The Bahamas. Apart from its tranquil white beaches, the archipelago is probably known as a tax haven amongst the wealthy, as there is no personal income tax. The island country’s favorable tax and regulatory frameworks have been a big draw for crypto companies. Fallen crypto exchange FTX is headquartered in the Bahamas and according to reports by Reuters, Sam Bankman-Fried and his executives collectively bought properties worth $300 million in the tiny state.
On November 22, attorneys for crypto exchange FTX revealed that the company was run as a “personal fiefdom” of Bankman-Fried, and the founder’s parents and senior staff invested heavily in pricey real-estate projects.
Crypto exchange FTX’s Bahamas Vacation
Documents accessed by Reuters showed that most of the purchases were luxury beachfront homes. Bankman-Fried reportedly “broke ground” on FTX’s future headquarters with a $60 million plot but never began construction. He also shelled out thousands to feed his Bahamas-based staff, before the crypto exchange FTX collapsed. The billionaire founder also purchased a 52-foot HCB yacht.
Local media also reported that FTX donated millions to Bahamas’ charities and local government, stretching its influence far beyond the island nation.
FTX CEO John Ray, however, acknowledged that the crypto exchange and its sister companies did not have a handle on functional accounting and human resource departments. He made the revelations in a court filing after FTX filed for bankruptcy. Ray revealed that Sam Bankman-Fried also received a $1 billion personal loan from one of his companies.
“Never in my career have I seen such a complete failure of corporate controls and such a complete absence of trustworthy financial information as occurred here,” wrote Ray, after noting twice he had worked on Enron’s collapse, in a court filing this week. “From compromised systems integrity and faulty regulatory oversight abroad, to the concentration of control in the hands of a very small group of inexperienced, unsophisticated and potentially compromised individuals, this situation is unprecedented.” In early November, Binance backed out buying FTX citing financial discrepancies.
A filing on November 19 revealed that the crypto exchange owed 50 creditors approximately $3.1 billion. Over a million customers and other investors are faced with losses to the tune of millions, and have no idea when they will get their money.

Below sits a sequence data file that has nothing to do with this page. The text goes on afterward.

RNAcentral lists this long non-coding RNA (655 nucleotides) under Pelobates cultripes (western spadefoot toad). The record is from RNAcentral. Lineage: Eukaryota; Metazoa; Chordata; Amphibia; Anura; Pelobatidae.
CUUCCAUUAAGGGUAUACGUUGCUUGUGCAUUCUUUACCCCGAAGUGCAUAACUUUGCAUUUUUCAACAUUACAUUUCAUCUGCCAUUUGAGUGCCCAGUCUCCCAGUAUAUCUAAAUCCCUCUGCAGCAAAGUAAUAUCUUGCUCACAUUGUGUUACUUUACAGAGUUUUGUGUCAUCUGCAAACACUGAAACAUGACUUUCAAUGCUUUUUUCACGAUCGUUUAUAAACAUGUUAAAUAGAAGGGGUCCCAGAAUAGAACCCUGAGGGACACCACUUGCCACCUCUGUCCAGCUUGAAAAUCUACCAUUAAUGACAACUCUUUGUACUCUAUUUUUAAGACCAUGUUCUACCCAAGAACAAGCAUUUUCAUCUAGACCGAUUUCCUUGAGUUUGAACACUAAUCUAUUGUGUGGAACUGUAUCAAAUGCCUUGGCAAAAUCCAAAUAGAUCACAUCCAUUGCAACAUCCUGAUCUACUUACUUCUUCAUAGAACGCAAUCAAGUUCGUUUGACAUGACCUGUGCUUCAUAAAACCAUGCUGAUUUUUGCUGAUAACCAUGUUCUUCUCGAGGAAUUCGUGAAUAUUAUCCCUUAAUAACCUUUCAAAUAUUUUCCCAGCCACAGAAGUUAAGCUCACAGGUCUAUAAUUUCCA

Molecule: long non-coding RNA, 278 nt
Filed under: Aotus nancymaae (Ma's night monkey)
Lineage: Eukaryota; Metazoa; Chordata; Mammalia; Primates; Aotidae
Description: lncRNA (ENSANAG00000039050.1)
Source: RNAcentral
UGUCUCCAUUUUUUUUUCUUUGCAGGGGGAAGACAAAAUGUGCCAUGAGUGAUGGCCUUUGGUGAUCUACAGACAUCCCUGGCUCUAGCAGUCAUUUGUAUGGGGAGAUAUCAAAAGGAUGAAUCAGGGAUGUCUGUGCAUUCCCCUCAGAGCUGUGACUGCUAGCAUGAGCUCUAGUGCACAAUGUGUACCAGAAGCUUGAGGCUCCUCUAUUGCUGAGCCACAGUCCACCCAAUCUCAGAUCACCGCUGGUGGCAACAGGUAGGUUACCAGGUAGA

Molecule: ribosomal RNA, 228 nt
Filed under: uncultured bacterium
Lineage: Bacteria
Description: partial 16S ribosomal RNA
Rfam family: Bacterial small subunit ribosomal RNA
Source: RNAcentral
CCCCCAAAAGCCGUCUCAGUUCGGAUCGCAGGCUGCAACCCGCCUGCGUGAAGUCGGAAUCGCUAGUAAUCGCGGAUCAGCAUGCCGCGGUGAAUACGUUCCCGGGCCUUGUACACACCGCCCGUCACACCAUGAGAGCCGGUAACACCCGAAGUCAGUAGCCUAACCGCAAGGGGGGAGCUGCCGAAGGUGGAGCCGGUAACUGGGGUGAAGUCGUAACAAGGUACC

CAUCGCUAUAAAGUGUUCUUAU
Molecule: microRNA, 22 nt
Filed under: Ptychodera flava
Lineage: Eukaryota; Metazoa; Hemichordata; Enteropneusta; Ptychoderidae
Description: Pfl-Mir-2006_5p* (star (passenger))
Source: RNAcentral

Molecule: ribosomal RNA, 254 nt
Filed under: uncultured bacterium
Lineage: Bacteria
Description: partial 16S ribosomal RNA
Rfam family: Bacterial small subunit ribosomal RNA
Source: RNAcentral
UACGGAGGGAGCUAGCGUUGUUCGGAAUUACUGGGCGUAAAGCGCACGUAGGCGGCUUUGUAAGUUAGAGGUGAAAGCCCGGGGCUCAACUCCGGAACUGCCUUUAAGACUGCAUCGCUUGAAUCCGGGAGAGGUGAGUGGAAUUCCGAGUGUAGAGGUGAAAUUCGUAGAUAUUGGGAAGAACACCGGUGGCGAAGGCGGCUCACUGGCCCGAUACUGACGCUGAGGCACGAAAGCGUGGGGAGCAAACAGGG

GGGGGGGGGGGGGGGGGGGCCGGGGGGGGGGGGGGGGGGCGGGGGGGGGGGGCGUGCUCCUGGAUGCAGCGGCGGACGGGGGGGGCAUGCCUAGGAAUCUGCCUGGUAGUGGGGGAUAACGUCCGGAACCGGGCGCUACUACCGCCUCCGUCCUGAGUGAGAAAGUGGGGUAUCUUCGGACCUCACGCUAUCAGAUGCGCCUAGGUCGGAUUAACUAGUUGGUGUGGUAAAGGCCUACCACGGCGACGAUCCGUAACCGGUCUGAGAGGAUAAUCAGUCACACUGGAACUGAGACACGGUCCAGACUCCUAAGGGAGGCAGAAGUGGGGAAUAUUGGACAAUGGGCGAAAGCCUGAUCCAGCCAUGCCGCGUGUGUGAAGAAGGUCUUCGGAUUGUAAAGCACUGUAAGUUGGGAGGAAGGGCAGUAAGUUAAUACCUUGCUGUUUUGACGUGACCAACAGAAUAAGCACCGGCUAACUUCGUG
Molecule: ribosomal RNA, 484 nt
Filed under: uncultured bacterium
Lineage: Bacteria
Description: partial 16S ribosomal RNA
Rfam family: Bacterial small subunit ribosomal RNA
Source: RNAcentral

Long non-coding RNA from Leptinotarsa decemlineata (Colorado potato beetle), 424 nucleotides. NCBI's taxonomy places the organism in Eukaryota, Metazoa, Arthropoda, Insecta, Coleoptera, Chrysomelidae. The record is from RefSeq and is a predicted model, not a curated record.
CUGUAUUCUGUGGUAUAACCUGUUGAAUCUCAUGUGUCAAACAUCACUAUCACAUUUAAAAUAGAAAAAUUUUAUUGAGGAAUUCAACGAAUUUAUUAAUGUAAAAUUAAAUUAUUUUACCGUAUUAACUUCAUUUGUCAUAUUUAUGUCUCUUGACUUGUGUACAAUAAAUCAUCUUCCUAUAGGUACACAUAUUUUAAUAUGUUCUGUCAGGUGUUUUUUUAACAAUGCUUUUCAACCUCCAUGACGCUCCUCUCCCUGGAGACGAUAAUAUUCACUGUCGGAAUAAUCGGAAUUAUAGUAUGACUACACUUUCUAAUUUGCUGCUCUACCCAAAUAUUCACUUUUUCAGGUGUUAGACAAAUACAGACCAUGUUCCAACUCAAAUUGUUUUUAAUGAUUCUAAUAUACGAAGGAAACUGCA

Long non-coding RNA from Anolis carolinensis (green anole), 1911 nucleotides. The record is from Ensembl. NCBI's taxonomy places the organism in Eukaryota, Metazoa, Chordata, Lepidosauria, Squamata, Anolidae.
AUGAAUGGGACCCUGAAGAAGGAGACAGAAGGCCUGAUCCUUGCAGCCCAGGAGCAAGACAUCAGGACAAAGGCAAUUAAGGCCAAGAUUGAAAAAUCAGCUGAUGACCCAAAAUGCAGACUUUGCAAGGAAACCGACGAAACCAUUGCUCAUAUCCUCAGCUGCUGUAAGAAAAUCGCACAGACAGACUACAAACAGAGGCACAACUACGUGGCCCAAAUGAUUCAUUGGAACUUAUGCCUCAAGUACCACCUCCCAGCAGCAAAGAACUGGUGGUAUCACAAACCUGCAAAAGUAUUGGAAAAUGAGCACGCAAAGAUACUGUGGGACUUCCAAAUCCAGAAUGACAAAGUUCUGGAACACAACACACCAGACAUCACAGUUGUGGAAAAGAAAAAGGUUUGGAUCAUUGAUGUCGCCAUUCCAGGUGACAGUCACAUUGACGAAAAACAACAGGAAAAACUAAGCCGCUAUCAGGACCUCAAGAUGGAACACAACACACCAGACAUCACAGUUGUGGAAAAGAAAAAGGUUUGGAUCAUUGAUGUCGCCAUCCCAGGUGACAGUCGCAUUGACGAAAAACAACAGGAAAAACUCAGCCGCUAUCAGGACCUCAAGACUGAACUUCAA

Authorities in The Bahamas Take Charge
As news about crypto exchange FTX’s misfortunes spread, the authorities in the Bahamas stepped in to prevent things from going worse. The Securities Commission of The Bahamas revealed that it had ordered the crypto exchange to transfer all of its digital assets to a digital wallet controlled by the agency.
“Urgent interim regulatory action was necessary to protect the interests of clients and creditors” of FTX Digital Markets, said the agency. The regulatory agency made the decision after Ray’s court filings revealed the extent of financial irregularities and mismanagement at the crypto firm that led to FTX’s collapse.
Just a day before FTX’s collapse became official, Sam Bankman-Fried misled everyone by tweeting “FTX US users are fine.” It is clear his actions have not gone down well with the Bahamian community. Those who worked at FTX were unaware that the company was recklessly directing billions of customer deposits to its trading concern Alameda Research, to use for risky investments.
Earlier, the Royal Bahamas Police Force also revealed that they are investigating the crypto firm for potential misconduct involving FTX’s collapse. Meanwhile, the securities agency will consult other regulators and work with authorities on how best to safeguard the interests of creditors, clients and stakeholders of FTX.
Perhaps, what has irked former employees and stakeholders more than the collapse is Bankman-Fried’s refusal to take the situation seriously. His ambiguous tweets have done nothing to assuage worries and as one former employee told Forbes. “You’re writing this cryptic bullshit and the only thing you have to say is ‘sorry.’”